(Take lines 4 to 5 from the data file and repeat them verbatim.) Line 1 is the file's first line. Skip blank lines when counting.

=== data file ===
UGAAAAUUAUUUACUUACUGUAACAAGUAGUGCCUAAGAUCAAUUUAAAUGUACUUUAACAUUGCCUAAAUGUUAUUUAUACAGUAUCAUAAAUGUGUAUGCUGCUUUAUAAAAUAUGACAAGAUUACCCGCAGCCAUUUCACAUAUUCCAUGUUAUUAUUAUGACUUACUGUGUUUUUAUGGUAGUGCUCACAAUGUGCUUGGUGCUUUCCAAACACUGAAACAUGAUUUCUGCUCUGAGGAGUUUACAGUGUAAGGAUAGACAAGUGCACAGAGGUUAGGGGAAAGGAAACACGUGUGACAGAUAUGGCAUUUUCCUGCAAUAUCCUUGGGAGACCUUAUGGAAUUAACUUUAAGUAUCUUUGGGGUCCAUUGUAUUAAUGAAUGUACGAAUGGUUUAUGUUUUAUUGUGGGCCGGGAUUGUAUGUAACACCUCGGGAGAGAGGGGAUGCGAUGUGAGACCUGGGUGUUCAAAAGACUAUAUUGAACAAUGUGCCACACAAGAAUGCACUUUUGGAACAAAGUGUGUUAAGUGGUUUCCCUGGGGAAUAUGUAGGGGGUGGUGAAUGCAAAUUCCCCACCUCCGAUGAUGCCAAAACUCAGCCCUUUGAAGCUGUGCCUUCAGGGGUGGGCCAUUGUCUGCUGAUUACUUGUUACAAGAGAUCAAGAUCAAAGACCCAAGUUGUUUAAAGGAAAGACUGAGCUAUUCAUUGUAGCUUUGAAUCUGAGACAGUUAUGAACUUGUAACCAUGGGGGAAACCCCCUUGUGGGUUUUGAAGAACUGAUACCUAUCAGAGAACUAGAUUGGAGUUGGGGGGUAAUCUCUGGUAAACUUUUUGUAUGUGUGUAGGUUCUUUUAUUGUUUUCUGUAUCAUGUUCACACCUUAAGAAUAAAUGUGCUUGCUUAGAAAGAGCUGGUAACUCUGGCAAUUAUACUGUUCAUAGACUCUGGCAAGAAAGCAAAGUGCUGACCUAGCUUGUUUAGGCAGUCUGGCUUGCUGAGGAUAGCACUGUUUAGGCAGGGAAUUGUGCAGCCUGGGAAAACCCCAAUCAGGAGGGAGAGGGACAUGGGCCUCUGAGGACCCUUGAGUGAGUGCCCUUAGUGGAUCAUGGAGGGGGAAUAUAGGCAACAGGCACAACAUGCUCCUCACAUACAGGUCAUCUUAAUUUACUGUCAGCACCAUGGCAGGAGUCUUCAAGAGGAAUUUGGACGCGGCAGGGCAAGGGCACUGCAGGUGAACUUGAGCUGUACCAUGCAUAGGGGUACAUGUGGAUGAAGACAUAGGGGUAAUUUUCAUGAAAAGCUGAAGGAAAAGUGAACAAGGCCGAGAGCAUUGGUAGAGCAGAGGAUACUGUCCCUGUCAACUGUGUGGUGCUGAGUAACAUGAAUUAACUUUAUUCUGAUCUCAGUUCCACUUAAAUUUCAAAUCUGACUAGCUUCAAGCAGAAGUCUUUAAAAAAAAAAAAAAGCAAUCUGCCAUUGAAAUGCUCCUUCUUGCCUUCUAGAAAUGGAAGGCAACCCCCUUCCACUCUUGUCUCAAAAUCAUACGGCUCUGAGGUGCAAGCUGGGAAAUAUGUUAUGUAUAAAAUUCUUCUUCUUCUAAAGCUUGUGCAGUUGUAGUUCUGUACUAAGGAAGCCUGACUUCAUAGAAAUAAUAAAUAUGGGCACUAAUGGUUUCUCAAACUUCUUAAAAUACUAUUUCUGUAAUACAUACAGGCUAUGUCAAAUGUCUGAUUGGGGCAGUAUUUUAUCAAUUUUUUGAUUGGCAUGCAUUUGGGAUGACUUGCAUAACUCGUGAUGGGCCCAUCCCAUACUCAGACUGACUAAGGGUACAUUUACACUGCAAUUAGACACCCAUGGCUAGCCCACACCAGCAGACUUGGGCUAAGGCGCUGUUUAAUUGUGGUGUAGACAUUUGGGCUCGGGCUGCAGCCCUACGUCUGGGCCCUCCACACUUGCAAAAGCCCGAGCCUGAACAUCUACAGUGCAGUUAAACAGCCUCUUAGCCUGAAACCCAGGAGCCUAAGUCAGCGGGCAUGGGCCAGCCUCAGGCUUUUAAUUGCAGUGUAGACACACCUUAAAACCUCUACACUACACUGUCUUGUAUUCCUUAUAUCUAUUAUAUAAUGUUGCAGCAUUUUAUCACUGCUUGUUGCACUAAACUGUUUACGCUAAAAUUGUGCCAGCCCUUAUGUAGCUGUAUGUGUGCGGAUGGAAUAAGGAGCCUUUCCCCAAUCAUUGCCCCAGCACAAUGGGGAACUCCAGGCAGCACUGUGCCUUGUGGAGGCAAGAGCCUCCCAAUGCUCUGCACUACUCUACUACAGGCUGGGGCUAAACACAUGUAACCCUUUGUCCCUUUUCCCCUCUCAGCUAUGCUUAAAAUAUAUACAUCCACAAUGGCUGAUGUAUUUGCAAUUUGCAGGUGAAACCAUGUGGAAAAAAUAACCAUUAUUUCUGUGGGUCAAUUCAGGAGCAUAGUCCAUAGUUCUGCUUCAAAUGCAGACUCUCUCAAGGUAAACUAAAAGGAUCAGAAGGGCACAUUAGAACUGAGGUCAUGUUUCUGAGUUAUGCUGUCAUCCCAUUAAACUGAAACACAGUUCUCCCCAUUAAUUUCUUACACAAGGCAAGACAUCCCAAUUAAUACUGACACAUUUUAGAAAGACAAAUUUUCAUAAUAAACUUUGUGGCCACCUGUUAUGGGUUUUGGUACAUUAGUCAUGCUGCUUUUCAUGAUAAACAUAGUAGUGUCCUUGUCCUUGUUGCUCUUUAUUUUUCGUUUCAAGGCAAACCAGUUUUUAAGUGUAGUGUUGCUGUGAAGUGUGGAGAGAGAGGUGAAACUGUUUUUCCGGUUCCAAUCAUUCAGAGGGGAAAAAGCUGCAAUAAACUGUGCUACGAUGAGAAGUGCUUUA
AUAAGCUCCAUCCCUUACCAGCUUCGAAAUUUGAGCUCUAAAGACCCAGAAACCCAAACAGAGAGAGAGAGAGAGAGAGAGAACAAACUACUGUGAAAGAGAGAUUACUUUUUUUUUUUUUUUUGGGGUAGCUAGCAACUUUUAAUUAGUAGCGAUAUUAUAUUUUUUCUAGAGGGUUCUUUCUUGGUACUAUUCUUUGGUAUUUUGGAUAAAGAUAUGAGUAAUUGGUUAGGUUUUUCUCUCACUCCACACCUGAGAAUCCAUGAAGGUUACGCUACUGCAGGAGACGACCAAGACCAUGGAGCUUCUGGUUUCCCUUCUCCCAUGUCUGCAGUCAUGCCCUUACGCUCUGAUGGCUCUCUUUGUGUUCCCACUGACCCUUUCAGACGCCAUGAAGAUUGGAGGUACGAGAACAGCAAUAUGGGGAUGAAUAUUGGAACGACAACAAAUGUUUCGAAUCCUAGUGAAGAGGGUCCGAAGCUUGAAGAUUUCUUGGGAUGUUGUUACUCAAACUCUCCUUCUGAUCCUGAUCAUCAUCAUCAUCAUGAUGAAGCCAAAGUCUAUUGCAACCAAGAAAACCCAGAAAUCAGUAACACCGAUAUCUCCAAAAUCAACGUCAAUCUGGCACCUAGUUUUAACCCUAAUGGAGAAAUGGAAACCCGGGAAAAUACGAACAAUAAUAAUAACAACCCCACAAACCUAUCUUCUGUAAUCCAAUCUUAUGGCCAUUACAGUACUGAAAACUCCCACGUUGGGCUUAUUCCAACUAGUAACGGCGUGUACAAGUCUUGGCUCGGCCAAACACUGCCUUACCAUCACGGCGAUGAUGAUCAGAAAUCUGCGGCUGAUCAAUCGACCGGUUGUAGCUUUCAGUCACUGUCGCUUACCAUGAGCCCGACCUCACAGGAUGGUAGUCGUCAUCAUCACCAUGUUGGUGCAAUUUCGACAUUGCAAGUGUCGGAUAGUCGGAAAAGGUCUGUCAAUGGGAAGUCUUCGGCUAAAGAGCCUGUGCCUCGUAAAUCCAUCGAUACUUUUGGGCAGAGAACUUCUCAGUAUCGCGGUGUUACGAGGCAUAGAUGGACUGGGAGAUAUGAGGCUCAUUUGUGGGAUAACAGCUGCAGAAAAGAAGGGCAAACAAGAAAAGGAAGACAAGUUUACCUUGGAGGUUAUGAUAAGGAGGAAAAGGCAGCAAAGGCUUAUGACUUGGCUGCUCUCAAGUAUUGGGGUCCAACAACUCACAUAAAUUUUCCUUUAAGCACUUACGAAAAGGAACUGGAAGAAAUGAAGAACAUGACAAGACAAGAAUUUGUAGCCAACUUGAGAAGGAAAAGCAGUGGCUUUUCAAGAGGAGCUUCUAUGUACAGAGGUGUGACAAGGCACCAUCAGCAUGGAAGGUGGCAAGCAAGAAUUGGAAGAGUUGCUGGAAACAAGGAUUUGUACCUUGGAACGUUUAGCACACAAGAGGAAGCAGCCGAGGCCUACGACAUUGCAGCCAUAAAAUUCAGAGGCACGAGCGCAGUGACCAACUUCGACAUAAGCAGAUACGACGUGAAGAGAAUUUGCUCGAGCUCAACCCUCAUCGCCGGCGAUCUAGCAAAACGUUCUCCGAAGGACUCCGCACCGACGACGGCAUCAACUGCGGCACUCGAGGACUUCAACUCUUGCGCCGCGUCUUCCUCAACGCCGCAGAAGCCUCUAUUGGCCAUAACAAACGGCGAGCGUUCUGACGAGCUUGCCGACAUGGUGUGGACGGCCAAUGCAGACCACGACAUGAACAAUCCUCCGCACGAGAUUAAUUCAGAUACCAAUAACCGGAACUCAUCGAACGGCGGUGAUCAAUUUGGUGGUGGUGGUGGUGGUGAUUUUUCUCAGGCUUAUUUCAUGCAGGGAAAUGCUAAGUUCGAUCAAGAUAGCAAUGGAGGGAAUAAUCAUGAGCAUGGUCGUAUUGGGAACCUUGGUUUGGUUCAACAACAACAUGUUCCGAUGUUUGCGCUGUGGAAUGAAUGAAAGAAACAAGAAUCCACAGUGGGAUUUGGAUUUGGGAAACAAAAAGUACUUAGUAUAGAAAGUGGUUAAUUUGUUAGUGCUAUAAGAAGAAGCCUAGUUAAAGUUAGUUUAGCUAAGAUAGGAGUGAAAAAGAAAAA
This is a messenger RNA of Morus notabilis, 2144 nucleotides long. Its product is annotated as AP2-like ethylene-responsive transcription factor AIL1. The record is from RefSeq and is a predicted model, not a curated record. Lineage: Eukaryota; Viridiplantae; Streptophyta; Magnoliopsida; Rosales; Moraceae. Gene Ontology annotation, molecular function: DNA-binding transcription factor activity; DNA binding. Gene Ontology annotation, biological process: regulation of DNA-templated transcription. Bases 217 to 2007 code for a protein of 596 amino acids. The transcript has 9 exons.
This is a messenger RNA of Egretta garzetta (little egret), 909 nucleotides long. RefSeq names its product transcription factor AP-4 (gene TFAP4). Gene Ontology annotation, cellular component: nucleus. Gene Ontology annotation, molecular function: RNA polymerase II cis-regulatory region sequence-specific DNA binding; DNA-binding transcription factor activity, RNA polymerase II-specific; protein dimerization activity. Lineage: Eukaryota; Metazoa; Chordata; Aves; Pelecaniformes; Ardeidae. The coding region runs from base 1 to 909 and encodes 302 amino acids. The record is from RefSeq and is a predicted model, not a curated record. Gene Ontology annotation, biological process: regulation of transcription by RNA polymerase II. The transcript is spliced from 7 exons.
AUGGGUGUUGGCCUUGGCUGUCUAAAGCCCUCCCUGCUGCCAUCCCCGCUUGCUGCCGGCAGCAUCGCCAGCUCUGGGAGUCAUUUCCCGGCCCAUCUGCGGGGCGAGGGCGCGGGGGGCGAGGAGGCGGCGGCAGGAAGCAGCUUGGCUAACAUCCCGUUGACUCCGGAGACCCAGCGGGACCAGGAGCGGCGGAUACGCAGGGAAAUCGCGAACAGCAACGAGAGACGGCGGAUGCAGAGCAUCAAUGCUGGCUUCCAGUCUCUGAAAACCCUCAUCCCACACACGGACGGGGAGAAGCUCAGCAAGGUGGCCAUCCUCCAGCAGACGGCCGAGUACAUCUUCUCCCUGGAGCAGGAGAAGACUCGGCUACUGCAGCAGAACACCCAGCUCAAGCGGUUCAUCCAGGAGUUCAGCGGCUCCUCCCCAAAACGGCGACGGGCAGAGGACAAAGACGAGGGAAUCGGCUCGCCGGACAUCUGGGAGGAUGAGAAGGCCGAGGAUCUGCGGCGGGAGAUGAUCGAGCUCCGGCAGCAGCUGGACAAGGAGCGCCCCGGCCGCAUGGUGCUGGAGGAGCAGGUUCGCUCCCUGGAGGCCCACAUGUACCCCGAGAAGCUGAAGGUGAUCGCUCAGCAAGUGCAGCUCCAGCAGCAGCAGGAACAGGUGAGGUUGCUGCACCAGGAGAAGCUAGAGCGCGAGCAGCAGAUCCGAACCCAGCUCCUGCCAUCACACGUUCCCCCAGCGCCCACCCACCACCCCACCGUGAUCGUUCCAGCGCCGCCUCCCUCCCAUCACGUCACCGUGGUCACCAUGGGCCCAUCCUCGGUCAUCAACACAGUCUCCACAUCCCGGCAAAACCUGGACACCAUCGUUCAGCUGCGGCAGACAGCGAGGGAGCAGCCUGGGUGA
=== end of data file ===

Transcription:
This is a messenger RNA of Egretta garzetta (little egret), 909 nucleotides long. RefSeq names its product transcription factor AP-4 (gene TFAP4). Gene Ontology annotation, cellular component: nucleus. Gene Ontology annotation, molecular function: RNA polymerase II cis-regulatory region sequence-specific DNA binding; DNA-binding transcription factor activity, RNA polymerase II-specific; protein dimerization activity. Lineage: Eukaryota; Metazoa; Chordata; Aves; Pelecaniformes; Ardeidae. The coding region runs from base 1 to 909 and encodes 302 amino acids. The record is from RefSeq and is a predicted model, not a curated record. Gene Ontology annotation, biological process: regulation of transcription by RNA polymerase II. The transcript is spliced from 7 exons.
AUGGGUGUUGGCCUUGGCUGUCUAAAGCCCUCCCUGCUGCCAUCCCCGCUUGCUGCCGGCAGCAUCGCCAGCUCUGGGAGUCAUUUCCCGGCCCAUCUGCGGGGCGAGGGCGCGGGGGGCGAGGAGGCGGCGGCAGGAAGCAGCUUGGCUAACAUCCCGUUGACUCCGGAGACCCAGCGGGACCAGGAGCGGCGGAUACGCAGGGAAAUCGCGAACAGCAACGAGAGACGGCGGAUGCAGAGCAUCAAUGCUGGCUUCCAGUCUCUGAAAACCCUCAUCCCACACACGGACGGGGAGAAGCUCAGCAAGGUGGCCAUCCUCCAGCAGACGGCCGAGUACAUCUUCUCCCUGGAGCAGGAGAAGACUCGGCUACUGCAGCAGAACACCCAGCUCAAGCGGUUCAUCCAGGAGUUCAGCGGCUCCUCCCCAAAACGGCGACGGGCAGAGGACAAAGACGAGGGAAUCGGCUCGCCGGACAUCUGGGAGGAUGAGAAGGCCGAGGAUCUGCGGCGGGAGAUGAUCGAGCUCCGGCAGCAGCUGGACAAGGAGCGCCCCGGCCGCAUGGUGCUGGAGGAGCAGGUUCGCUCCCUGGAGGCCCACAUGUACCCCGAGAAGCUGAAGGUGAUCGCUCAGCAAGUGCAGCUCCAGCAGCAGCAGGAACAGGUGAGGUUGCUGCACCAGGAGAAGCUAGAGCGCGAGCAGCAGAUCCGAACCCAGCUCCUGCCAUCACACGUUCCCCCAGCGCCCACCCACCACCCCACCGUGAUCGUUCCAGCGCCGCCUCCCUCCCAUCACGUCACCGUGGUCACCAUGGGCCCAUCCUCGGUCAUCAACACAGUCUCCACAUCCCGGCAAAACCUGGACACCAUCGUUCAGCUGCGGCAGACAGCGAGGGAGCAGCCUGGGUGA